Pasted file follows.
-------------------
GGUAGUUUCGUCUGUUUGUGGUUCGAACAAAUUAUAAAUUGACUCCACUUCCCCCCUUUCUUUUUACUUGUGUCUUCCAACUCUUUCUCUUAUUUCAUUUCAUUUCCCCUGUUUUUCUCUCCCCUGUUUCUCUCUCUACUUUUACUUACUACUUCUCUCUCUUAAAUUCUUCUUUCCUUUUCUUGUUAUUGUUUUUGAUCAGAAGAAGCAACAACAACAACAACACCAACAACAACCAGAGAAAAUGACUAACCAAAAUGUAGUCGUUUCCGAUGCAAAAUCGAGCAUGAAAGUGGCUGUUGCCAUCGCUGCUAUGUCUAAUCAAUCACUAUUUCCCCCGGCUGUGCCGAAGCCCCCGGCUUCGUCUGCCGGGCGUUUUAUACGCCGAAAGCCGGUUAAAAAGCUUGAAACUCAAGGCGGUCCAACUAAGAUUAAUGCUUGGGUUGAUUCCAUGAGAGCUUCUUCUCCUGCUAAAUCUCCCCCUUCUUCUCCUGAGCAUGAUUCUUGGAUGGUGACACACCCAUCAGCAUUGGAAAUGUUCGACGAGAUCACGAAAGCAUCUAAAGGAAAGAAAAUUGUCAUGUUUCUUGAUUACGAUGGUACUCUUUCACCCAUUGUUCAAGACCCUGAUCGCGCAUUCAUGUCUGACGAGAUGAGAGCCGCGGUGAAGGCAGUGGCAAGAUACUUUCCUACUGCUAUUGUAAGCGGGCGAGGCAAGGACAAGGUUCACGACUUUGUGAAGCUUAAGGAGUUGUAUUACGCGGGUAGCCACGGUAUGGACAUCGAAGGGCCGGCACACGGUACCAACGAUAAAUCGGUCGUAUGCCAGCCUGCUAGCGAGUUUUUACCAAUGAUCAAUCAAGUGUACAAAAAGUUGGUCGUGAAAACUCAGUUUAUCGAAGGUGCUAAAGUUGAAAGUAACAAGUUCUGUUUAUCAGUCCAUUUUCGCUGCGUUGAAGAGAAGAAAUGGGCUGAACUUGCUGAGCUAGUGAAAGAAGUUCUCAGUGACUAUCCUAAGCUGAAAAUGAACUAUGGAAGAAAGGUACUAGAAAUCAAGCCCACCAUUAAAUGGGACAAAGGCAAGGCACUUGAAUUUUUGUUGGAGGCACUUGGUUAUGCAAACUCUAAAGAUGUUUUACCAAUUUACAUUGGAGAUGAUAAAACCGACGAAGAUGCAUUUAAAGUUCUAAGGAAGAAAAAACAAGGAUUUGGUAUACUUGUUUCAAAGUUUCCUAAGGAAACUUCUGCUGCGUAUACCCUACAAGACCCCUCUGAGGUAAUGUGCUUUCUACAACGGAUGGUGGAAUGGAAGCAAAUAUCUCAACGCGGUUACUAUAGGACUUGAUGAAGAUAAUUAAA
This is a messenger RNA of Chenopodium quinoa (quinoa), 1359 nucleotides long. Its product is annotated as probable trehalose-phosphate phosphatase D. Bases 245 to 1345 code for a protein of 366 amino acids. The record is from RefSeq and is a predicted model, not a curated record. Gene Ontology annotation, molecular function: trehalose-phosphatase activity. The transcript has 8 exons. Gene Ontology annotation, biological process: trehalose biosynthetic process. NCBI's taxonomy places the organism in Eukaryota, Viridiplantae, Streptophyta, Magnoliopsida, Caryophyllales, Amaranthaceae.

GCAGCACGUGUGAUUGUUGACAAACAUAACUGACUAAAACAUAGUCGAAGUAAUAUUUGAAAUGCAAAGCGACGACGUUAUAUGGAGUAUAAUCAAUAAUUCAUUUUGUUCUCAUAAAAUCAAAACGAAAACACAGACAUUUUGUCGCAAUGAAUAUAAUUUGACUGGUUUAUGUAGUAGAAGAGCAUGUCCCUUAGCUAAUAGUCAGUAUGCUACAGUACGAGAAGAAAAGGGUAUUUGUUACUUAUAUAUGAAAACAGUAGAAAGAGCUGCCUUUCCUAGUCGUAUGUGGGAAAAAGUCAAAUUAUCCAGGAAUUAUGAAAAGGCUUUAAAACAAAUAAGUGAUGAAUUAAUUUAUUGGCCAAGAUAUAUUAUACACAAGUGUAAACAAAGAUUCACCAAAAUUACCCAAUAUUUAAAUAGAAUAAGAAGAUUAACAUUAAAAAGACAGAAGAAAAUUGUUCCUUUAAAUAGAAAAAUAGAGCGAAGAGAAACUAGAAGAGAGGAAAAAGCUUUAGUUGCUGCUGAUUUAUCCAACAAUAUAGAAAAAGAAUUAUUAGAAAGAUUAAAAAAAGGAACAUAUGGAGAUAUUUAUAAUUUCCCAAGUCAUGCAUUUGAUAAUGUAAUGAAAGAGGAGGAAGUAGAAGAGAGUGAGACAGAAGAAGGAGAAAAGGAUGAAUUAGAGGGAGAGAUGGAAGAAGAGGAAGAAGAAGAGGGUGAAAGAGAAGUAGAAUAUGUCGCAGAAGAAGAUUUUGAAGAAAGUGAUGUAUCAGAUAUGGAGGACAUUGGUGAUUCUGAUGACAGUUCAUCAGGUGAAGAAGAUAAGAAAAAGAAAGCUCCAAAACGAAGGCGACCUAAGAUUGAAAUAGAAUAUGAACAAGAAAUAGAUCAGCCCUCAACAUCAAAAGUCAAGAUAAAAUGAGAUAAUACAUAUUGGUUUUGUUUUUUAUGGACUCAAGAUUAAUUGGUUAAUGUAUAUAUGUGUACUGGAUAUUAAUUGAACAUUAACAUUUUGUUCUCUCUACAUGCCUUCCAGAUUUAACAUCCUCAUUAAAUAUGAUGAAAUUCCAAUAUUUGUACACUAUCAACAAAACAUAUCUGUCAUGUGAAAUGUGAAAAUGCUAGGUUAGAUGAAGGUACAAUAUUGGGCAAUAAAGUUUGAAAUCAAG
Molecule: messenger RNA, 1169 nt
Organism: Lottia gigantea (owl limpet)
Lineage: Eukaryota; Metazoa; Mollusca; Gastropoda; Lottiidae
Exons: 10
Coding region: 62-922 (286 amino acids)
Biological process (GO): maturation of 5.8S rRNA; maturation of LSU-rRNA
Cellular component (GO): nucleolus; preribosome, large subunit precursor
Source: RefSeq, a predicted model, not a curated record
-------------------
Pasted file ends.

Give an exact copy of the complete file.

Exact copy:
GGUAGUUUCGUCUGUUUGUGGUUCGAACAAAUUAUAAAUUGACUCCACUUCCCCCCUUUCUUUUUACUUGUGUCUUCCAACUCUUUCUCUUAUUUCAUUUCAUUUCCCCUGUUUUUCUCUCCCCUGUUUCUCUCUCUACUUUUACUUACUACUUCUCUCUCUUAAAUUCUUCUUUCCUUUUCUUGUUAUUGUUUUUGAUCAGAAGAAGCAACAACAACAACAACACCAACAACAACCAGAGAAAAUGACUAACCAAAAUGUAGUCGUUUCCGAUGCAAAAUCGAGCAUGAAAGUGGCUGUUGCCAUCGCUGCUAUGUCUAAUCAAUCACUAUUUCCCCCGGCUGUGCCGAAGCCCCCGGCUUCGUCUGCCGGGCGUUUUAUACGCCGAAAGCCGGUUAAAAAGCUUGAAACUCAAGGCGGUCCAACUAAGAUUAAUGCUUGGGUUGAUUCCAUGAGAGCUUCUUCUCCUGCUAAAUCUCCCCCUUCUUCUCCUGAGCAUGAUUCUUGGAUGGUGACACACCCAUCAGCAUUGGAAAUGUUCGACGAGAUCACGAAAGCAUCUAAAGGAAAGAAAAUUGUCAUGUUUCUUGAUUACGAUGGUACUCUUUCACCCAUUGUUCAAGACCCUGAUCGCGCAUUCAUGUCUGACGAGAUGAGAGCCGCGGUGAAGGCAGUGGCAAGAUACUUUCCUACUGCUAUUGUAAGCGGGCGAGGCAAGGACAAGGUUCACGACUUUGUGAAGCUUAAGGAGUUGUAUUACGCGGGUAGCCACGGUAUGGACAUCGAAGGGCCGGCACACGGUACCAACGAUAAAUCGGUCGUAUGCCAGCCUGCUAGCGAGUUUUUACCAAUGAUCAAUCAAGUGUACAAAAAGUUGGUCGUGAAAACUCAGUUUAUCGAAGGUGCUAAAGUUGAAAGUAACAAGUUCUGUUUAUCAGUCCAUUUUCGCUGCGUUGAAGAGAAGAAAUGGGCUGAACUUGCUGAGCUAGUGAAAGAAGUUCUCAGUGACUAUCCUAAGCUGAAAAUGAACUAUGGAAGAAAGGUACUAGAAAUCAAGCCCACCAUUAAAUGGGACAAAGGCAAGGCACUUGAAUUUUUGUUGGAGGCACUUGGUUAUGCAAACUCUAAAGAUGUUUUACCAAUUUACAUUGGAGAUGAUAAAACCGACGAAGAUGCAUUUAAAGUUCUAAGGAAGAAAAAACAAGGAUUUGGUAUACUUGUUUCAAAGUUUCCUAAGGAAACUUCUGCUGCGUAUACCCUACAAGACCCCUCUGAGGUAAUGUGCUUUCUACAACGGAUGGUGGAAUGGAAGCAAAUAUCUCAACGCGGUUACUAUAGGACUUGAUGAAGAUAAUUAAA
This is a messenger RNA of Chenopodium quinoa (quinoa), 1359 nucleotides long. Its product is annotated as probable trehalose-phosphate phosphatase D. Bases 245 to 1345 code for a protein of 366 amino acids. The record is from RefSeq and is a predicted model, not a curated record. Gene Ontology annotation, molecular function: trehalose-phosphatase activity. The transcript has 8 exons. Gene Ontology annotation, biological process: trehalose biosynthetic process. NCBI's taxonomy places the organism in Eukaryota, Viridiplantae, Streptophyta, Magnoliopsida, Caryophyllales, Amaranthaceae.

GCAGCACGUGUGAUUGUUGACAAACAUAACUGACUAAAACAUAGUCGAAGUAAUAUUUGAAAUGCAAAGCGACGACGUUAUAUGGAGUAUAAUCAAUAAUUCAUUUUGUUCUCAUAAAAUCAAAACGAAAACACAGACAUUUUGUCGCAAUGAAUAUAAUUUGACUGGUUUAUGUAGUAGAAGAGCAUGUCCCUUAGCUAAUAGUCAGUAUGCUACAGUACGAGAAGAAAAGGGUAUUUGUUACUUAUAUAUGAAAACAGUAGAAAGAGCUGCCUUUCCUAGUCGUAUGUGGGAAAAAGUCAAAUUAUCCAGGAAUUAUGAAAAGGCUUUAAAACAAAUAAGUGAUGAAUUAAUUUAUUGGCCAAGAUAUAUUAUACACAAGUGUAAACAAAGAUUCACCAAAAUUACCCAAUAUUUAAAUAGAAUAAGAAGAUUAACAUUAAAAAGACAGAAGAAAAUUGUUCCUUUAAAUAGAAAAAUAGAGCGAAGAGAAACUAGAAGAGAGGAAAAAGCUUUAGUUGCUGCUGAUUUAUCCAACAAUAUAGAAAAAGAAUUAUUAGAAAGAUUAAAAAAAGGAACAUAUGGAGAUAUUUAUAAUUUCCCAAGUCAUGCAUUUGAUAAUGUAAUGAAAGAGGAGGAAGUAGAAGAGAGUGAGACAGAAGAAGGAGAAAAGGAUGAAUUAGAGGGAGAGAUGGAAGAAGAGGAAGAAGAAGAGGGUGAAAGAGAAGUAGAAUAUGUCGCAGAAGAAGAUUUUGAAGAAAGUGAUGUAUCAGAUAUGGAGGACAUUGGUGAUUCUGAUGACAGUUCAUCAGGUGAAGAAGAUAAGAAAAAGAAAGCUCCAAAACGAAGGCGACCUAAGAUUGAAAUAGAAUAUGAACAAGAAAUAGAUCAGCCCUCAACAUCAAAAGUCAAGAUAAAAUGAGAUAAUACAUAUUGGUUUUGUUUUUUAUGGACUCAAGAUUAAUUGGUUAAUGUAUAUAUGUGUACUGGAUAUUAAUUGAACAUUAACAUUUUGUUCUCUCUACAUGCCUUCCAGAUUUAACAUCCUCAUUAAAUAUGAUGAAAUUCCAAUAUUUGUACACUAUCAACAAAACAUAUCUGUCAUGUGAAAUGUGAAAAUGCUAGGUUAGAUGAAGGUACAAUAUUGGGCAAUAAAGUUUGAAAUCAAG
Molecule: messenger RNA, 1169 nt
Organism: Lottia gigantea (owl limpet)
Lineage: Eukaryota; Metazoa; Mollusca; Gastropoda; Lottiidae
Exons: 10
Coding region: 62-922 (286 amino acids)
Biological process (GO): maturation of 5.8S rRNA; maturation of LSU-rRNA
Cellular component (GO): nucleolus; preribosome, large subunit precursor
Source: RefSeq, a predicted model, not a curated record